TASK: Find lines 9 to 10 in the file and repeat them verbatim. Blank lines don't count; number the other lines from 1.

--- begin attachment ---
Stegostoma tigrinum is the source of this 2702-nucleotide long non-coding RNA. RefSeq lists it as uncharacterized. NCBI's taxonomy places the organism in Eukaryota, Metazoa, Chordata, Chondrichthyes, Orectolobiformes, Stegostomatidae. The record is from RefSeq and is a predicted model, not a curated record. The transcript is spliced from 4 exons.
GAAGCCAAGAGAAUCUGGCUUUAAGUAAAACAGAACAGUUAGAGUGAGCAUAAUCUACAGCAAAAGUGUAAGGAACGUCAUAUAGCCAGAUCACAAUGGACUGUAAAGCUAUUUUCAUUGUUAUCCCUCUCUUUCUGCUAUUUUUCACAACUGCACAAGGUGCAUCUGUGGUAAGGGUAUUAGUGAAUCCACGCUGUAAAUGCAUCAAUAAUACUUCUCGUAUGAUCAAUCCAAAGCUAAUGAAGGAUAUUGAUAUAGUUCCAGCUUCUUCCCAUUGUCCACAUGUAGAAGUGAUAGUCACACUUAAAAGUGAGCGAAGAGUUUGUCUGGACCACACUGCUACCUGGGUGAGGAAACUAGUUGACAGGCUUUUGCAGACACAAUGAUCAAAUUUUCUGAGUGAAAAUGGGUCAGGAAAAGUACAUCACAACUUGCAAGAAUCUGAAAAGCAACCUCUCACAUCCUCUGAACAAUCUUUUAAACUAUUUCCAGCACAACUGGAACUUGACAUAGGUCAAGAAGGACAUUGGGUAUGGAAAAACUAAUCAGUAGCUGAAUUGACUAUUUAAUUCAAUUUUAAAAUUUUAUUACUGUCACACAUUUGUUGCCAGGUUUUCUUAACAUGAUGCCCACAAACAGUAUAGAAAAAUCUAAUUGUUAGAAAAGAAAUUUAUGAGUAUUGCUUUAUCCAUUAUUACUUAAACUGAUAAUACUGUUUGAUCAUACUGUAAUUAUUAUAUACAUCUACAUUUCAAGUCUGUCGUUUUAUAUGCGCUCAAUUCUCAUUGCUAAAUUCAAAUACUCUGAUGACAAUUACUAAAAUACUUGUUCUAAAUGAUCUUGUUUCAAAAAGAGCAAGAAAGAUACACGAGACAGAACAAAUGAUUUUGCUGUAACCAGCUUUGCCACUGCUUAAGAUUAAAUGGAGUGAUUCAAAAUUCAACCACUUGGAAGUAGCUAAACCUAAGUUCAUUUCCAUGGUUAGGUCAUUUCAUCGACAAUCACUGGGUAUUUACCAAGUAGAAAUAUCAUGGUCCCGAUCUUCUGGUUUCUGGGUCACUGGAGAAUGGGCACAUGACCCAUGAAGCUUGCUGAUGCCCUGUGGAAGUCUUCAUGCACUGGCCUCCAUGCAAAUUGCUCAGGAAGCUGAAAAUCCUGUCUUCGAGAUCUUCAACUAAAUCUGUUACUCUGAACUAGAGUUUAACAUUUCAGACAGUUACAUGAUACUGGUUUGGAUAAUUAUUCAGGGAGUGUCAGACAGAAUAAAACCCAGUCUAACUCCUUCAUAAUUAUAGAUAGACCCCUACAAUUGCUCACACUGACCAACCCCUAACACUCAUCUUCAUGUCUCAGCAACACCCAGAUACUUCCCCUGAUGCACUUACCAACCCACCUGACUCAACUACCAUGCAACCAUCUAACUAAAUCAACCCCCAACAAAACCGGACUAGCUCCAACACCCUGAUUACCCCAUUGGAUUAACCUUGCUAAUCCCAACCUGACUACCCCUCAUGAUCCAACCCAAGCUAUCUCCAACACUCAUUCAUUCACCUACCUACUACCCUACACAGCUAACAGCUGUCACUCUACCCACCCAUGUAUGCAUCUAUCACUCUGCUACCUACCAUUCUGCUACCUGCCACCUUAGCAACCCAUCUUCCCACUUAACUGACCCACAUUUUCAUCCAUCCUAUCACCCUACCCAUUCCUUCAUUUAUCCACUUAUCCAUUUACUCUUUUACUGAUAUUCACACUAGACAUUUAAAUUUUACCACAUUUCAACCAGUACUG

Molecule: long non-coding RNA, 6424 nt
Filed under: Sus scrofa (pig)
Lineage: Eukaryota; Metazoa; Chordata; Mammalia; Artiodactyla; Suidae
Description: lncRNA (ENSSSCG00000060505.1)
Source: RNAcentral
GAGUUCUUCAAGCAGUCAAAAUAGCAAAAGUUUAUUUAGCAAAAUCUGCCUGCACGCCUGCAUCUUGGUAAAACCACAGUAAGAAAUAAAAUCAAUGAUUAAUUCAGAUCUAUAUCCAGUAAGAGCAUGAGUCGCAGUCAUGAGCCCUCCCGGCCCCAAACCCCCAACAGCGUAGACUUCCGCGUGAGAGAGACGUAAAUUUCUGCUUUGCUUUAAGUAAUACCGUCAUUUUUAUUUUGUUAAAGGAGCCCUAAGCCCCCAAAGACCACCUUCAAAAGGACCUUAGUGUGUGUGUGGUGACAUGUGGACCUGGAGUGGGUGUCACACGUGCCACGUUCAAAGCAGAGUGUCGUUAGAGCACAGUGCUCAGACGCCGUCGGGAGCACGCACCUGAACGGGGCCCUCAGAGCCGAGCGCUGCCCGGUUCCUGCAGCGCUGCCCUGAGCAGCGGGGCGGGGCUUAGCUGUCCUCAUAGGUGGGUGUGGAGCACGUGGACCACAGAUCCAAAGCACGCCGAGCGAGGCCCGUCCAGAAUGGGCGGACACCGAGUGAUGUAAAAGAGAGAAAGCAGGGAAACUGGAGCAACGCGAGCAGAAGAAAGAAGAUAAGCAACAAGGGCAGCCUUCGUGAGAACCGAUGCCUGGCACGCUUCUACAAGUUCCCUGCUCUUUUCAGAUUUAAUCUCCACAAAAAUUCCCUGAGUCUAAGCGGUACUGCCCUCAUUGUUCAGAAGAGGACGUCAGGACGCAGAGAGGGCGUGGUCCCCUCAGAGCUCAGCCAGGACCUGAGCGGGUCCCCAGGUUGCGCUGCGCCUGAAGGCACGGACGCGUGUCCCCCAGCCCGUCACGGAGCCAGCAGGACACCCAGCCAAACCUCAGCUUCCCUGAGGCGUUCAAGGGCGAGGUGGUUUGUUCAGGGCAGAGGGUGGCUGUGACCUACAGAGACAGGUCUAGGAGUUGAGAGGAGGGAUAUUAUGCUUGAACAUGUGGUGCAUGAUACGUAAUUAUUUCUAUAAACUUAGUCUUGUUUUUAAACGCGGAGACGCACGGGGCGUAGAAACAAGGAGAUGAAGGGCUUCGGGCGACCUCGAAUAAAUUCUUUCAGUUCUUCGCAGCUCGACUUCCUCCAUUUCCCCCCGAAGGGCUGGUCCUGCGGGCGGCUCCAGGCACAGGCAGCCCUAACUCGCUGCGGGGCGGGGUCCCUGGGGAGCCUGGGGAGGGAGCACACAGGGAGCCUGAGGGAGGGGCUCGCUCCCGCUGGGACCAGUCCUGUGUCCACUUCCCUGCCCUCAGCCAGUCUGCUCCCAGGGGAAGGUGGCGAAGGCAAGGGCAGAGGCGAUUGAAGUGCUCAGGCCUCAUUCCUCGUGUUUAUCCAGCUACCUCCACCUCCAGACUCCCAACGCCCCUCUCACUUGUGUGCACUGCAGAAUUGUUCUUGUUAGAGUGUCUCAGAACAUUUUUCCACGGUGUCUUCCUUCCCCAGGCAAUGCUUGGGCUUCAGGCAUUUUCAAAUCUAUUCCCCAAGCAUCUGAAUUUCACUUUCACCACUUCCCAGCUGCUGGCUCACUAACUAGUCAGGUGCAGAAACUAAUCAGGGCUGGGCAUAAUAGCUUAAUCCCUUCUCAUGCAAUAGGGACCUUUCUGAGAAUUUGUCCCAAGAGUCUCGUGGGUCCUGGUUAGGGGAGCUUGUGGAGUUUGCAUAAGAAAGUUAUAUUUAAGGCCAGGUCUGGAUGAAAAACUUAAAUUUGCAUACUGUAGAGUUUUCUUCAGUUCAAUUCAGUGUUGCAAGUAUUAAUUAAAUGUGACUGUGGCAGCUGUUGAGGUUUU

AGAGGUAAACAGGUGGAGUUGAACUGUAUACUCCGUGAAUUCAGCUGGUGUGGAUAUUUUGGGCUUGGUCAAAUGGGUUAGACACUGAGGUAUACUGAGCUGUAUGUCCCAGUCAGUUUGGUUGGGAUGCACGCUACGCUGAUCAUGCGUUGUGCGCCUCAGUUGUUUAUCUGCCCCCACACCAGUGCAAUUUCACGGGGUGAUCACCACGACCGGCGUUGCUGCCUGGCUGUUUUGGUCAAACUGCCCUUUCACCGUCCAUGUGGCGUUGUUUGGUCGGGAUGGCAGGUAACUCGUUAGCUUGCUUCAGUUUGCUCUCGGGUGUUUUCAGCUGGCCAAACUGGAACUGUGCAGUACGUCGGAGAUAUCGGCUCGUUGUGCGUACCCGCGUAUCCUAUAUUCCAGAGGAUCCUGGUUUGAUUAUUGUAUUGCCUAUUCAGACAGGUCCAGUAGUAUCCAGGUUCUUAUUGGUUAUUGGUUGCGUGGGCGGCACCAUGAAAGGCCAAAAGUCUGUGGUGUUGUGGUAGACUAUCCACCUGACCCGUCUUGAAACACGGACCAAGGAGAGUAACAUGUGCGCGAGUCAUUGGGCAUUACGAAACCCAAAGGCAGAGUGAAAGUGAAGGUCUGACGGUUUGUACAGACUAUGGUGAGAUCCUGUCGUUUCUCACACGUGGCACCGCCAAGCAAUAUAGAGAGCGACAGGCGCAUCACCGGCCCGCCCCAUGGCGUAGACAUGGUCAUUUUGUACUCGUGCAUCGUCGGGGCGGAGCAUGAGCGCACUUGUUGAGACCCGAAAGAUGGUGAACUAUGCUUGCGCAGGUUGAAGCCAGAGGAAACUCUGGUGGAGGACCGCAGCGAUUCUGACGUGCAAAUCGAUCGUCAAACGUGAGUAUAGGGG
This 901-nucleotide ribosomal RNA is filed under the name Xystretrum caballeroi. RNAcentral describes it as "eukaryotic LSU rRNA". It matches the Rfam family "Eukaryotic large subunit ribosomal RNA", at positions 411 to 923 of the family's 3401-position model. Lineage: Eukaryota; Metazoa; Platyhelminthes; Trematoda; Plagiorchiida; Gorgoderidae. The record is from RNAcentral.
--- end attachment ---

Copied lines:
AGAGGUAAACAGGUGGAGUUGAACUGUAUACUCCGUGAAUUCAGCUGGUGUGGAUAUUUUGGGCUUGGUCAAAUGGGUUAGACACUGAGGUAUACUGAGCUGUAUGUCCCAGUCAGUUUGGUUGGGAUGCACGCUACGCUGAUCAUGCGUUGUGCGCCUCAGUUGUUUAUCUGCCCCCACACCAGUGCAAUUUCACGGGGUGAUCACCACGACCGGCGUUGCUGCCUGGCUGUUUUGGUCAAACUGCCCUUUCACCGUCCAUGUGGCGUUGUUUGGUCGGGAUGGCAGGUAACUCGUUAGCUUGCUUCAGUUUGCUCUCGGGUGUUUUCAGCUGGCCAAACUGGAACUGUGCAGUACGUCGGAGAUAUCGGCUCGUUGUGCGUACCCGCGUAUCCUAUAUUCCAGAGGAUCCUGGUUUGAUUAUUGUAUUGCCUAUUCAGACAGGUCCAGUAGUAUCCAGGUUCUUAUUGGUUAUUGGUUGCGUGGGCGGCACCAUGAAAGGCCAAAAGUCUGUGGUGUUGUGGUAGACUAUCCACCUGACCCGUCUUGAAACACGGACCAAGGAGAGUAACAUGUGCGCGAGUCAUUGGGCAUUACGAAACCCAAAGGCAGAGUGAAAGUGAAGGUCUGACGGUUUGUACAGACUAUGGUGAGAUCCUGUCGUUUCUCACACGUGGCACCGCCAAGCAAUAUAGAGAGCGACAGGCGCAUCACCGGCCCGCCCCAUGGCGUAGACAUGGUCAUUUUGUACUCGUGCAUCGUCGGGGCGGAGCAUGAGCGCACUUGUUGAGACCCGAAAGAUGGUGAACUAUGCUUGCGCAGGUUGAAGCCAGAGGAAACUCUGGUGGAGGACCGCAGCGAUUCUGACGUGCAAAUCGAUCGUCAAACGUGAGUAUAGGGG
This 901-nucleotide ribosomal RNA is filed under the name Xystretrum caballeroi. RNAcentral describes it as "eukaryotic LSU rRNA". It matches the Rfam family "Eukaryotic large subunit ribosomal RNA", at positions 411 to 923 of the family's 3401-position model. Lineage: Eukaryota; Metazoa; Platyhelminthes; Trematoda; Plagiorchiida; Gorgoderidae. The record is from RNAcentral.